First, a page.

Henry Watkins (priest)

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Henry William Watkins [1] [2] was an Anglican priest, academic and author. [3] [4] [5] [6]

Priest person authorized to lead the sacred rituals of a religion (for a minister use Q1423891)

A priest or priestess is a religious leader authorized to perform the sacred rituals of a religion, especially as a mediatory agent between humans and one or more deities. They also have the authority or power to administer religious rites; in particular, rites of sacrifice to, and propitiation of, a deity or deities. Their office or position is the priesthood, a term which also may apply to such persons collectively.

Born in Abergavenny on 19 January 1844, [7] he was educated at King's College London [8] and Balliol College, Oxford. [9] Ordained in 1870 [10] his first post was as a curate at St Nicholas, Pluckley [11] after which he was Vicar of Holy Trinity, Much Wenlock. [12] He was a censor, tutor and lecturer in Greek Testament at King's College London from 1875 and Professor of Logic and Moral Philosophy from 1877. He became Warden of St Augustine's College, Canterbury [13] in 1879; then held the three archdeaconries of the Diocese of Durham in quick succession: Archdeacon of Northumberland, 1880–June 1882; Archdeacon of Auckland, June–November 1882; and Archdeacon of Durham, November 1882 – 1922. [14] [15] He was Professor of Hebrew at Durham University, [16] retiring in 1920; and the Bampton Lecturer at Oxford, in 1890. [17]

Abergavenny town in Monmouthshire, Wales

Abergavenny is a market town and community in Monmouthshire, Wales. Abergavenny is promoted as a Gateway to Wales. It is located on the A40 trunk road and the A465 Heads of the Valleys road and is approximately 6 miles (10 km) from the border with England.

Kings College London public research university in London, United Kingdom

King's College London is a public research university located in London, United Kingdom, and a founding college and member institution of the federal University of London. King's was established in 1829 by King George IV and Arthur Wellesley, 1st Duke of Wellington, when it received its first royal charter, and claims to be the fourth oldest university institution in England. In 1836, King's became one of the two founding colleges of the University of London. In the late 20th century, King's grew through a series of mergers, including with Queen Elizabeth College and Chelsea College of Science and Technology, the Institute of Psychiatry, the United Medical and Dental Schools of Guy's and St Thomas' Hospitals and the Florence Nightingale School of Nursing and Midwifery.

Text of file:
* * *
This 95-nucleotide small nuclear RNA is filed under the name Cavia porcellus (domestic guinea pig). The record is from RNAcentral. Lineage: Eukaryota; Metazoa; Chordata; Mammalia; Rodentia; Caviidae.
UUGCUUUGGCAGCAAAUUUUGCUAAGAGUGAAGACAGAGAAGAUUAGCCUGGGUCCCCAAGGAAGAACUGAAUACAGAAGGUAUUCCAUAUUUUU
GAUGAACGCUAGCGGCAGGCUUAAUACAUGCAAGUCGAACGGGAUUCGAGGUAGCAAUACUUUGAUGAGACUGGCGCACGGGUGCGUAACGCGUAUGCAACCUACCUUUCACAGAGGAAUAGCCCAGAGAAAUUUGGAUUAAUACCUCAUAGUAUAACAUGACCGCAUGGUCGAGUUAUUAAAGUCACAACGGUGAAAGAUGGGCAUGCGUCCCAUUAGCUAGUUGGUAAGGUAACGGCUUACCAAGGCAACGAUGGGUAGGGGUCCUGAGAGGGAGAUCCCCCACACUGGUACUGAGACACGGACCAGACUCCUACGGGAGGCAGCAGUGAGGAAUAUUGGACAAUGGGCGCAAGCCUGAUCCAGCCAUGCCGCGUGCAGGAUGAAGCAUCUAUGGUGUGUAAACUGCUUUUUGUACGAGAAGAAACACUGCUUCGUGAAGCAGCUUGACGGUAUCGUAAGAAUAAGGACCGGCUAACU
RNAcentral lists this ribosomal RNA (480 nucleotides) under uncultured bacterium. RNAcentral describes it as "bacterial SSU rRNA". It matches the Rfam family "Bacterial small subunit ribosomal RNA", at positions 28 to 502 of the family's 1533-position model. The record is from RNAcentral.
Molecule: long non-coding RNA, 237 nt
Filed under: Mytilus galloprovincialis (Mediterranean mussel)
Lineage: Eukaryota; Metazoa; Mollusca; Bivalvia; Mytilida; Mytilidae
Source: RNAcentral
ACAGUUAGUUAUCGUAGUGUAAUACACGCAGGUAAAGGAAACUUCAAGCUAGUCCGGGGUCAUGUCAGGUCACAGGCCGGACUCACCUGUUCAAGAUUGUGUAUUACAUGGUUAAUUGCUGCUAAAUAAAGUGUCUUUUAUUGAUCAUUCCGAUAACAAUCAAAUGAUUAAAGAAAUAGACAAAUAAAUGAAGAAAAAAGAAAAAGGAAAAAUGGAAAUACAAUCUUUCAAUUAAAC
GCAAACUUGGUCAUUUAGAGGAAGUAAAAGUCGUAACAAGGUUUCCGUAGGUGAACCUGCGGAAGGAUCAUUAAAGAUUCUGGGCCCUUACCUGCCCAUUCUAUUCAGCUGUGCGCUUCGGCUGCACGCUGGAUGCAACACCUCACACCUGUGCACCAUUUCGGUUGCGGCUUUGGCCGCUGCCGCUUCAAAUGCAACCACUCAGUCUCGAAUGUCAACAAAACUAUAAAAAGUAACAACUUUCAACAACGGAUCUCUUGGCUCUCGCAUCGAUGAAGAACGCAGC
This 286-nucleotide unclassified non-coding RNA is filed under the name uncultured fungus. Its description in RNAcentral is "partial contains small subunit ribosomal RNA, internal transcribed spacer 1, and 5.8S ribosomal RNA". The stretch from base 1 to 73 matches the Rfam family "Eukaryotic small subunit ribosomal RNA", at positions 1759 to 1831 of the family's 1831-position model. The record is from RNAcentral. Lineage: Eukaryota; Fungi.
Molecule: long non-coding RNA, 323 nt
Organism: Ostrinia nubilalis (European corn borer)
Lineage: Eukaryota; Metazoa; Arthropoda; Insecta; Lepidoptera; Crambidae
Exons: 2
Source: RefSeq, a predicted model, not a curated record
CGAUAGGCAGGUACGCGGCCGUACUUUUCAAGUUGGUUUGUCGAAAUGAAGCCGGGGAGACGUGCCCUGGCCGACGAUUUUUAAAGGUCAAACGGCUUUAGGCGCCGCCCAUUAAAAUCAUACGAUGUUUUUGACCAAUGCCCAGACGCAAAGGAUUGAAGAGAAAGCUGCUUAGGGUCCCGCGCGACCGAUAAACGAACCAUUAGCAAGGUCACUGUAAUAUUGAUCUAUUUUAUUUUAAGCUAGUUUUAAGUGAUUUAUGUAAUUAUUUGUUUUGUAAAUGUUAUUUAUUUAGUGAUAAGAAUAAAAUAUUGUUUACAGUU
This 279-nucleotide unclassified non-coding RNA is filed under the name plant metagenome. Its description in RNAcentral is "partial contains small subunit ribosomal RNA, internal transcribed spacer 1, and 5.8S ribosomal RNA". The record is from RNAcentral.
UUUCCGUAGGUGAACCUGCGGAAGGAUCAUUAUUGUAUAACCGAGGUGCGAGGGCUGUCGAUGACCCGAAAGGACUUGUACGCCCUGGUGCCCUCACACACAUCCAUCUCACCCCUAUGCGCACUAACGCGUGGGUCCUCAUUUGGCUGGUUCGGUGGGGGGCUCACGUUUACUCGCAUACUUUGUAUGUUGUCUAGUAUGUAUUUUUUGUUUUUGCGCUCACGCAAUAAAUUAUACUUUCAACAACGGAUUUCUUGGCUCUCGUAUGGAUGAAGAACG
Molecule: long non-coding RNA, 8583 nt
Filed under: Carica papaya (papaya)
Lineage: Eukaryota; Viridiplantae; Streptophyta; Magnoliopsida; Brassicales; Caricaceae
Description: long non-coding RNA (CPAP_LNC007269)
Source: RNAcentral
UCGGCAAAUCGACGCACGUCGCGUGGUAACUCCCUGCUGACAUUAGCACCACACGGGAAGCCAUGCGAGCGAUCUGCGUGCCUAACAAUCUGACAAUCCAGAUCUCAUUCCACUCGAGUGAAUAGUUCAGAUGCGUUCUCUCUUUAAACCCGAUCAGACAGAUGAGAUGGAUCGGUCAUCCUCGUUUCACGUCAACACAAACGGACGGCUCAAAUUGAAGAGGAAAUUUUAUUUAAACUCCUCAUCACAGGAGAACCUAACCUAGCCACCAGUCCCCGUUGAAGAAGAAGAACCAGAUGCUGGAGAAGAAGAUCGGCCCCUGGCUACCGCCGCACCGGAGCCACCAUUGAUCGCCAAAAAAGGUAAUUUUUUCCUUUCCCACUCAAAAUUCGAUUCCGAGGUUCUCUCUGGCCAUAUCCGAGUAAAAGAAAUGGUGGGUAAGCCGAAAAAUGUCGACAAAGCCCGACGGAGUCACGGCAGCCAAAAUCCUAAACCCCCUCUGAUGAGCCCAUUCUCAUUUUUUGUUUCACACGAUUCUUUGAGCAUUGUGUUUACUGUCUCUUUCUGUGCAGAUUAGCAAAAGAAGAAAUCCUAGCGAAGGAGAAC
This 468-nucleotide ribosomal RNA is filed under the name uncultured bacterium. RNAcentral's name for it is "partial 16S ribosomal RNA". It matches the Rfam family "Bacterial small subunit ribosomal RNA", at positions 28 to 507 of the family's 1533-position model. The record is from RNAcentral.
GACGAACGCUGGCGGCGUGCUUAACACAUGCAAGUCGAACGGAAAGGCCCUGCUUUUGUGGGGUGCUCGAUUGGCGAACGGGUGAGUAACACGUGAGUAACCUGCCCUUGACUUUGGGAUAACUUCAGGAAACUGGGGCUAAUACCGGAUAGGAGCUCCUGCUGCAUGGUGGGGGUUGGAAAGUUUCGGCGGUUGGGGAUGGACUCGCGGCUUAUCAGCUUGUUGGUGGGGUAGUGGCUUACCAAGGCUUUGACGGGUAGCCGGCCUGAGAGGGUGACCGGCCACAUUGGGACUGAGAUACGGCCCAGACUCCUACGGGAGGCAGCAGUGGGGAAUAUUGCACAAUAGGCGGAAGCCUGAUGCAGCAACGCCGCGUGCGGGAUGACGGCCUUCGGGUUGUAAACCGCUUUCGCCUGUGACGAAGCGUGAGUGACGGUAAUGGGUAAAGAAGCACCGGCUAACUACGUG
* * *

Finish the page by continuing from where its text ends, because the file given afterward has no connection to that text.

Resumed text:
Balliol College, Oxford constituent college of the University of Oxford

Balliol College is one of the constituent colleges of the University of Oxford in England. One of Oxford's oldest colleges, it was founded around 1263 by John I de Balliol, a rich landowner from Barnard Castle in County Durham, who provided the foundation and endowment for the college. When de Balliol died in 1269 his widow, Dervorguilla, a woman whose wealth far exceeded that of her husband, continued his work in setting up the college, providing a further endowment, and writing the statutes. She is considered a co‑founder of the college.

He died at Brighton [18] on 31 August 1922. [19]


  1. thePeerage.com
  2. "University Intelligence", The Times (London, England), 26 June 1882; p. 10.
  3. Next Theology
  4. ” Durham University; earlier foundations and present colleges” Fowler,J.T London, F.E. Robinson 1904
  5. Amongst others he wrote Religion and Science (1878); The Church in Northumberland (1881); Holy Temple (1886) and The Gospel according to St John (1890) > British Library website accessed 14:03 GMT 17 November 2012.
  6. "The Queen's Levee", The Morning Post (London, England), 20 June 1899; p. 4. 19th Century British Library Newspapers: Part II.
  7. "Watkins, Ven. Henry William", Who Was Who, A & C Black, 1920–2008; online edn, Oxford University Press, December 2007 accessed 17 Nov 2012
  8. UNIVERSITY OF LONDON. The Leeds Mercury (Leeds, England), Friday, May 14, 1869; Issue 9700
  9. UNIVERSITY INTELLIGENCE.Jackson's Oxford Journal (Oxford, England), Saturday, June 15, 1878; Issue 6535
  10. ECCLESIASTICAL INTELLIGENCE. The Standard (London, England), March 15, 1870; pg. 6; Issue 14232. 19th Century British Library Newspapers: Part II.
  11. Geograph
  12. "Church News", The Standard (London, England), 17 June 1873; p. 6. 19th Century British Library Newspapers: Part II
  13. National Archives
  14. ECCLESIASTICAL NEWS The York Herald (York, England), Tuesday, June 06, 1882; p. 3; Issue 7891. 19th Century British Library Newspapers: Part II
  15. SGD.83/1 (Accessed 30 May 2014)
  16. Durham University Library Special Collections Catalogue
  17. "University Intelligence: Next year’s Bampton Lecturer announced", The Times (London, England), 22 May 1889; p. 8.
  18. Welsh Journals
  19. Obituary The Ven H.W. Watkins The Times(London, England), Friday, Sep 01, 1922; pg. 9; Issue 43125

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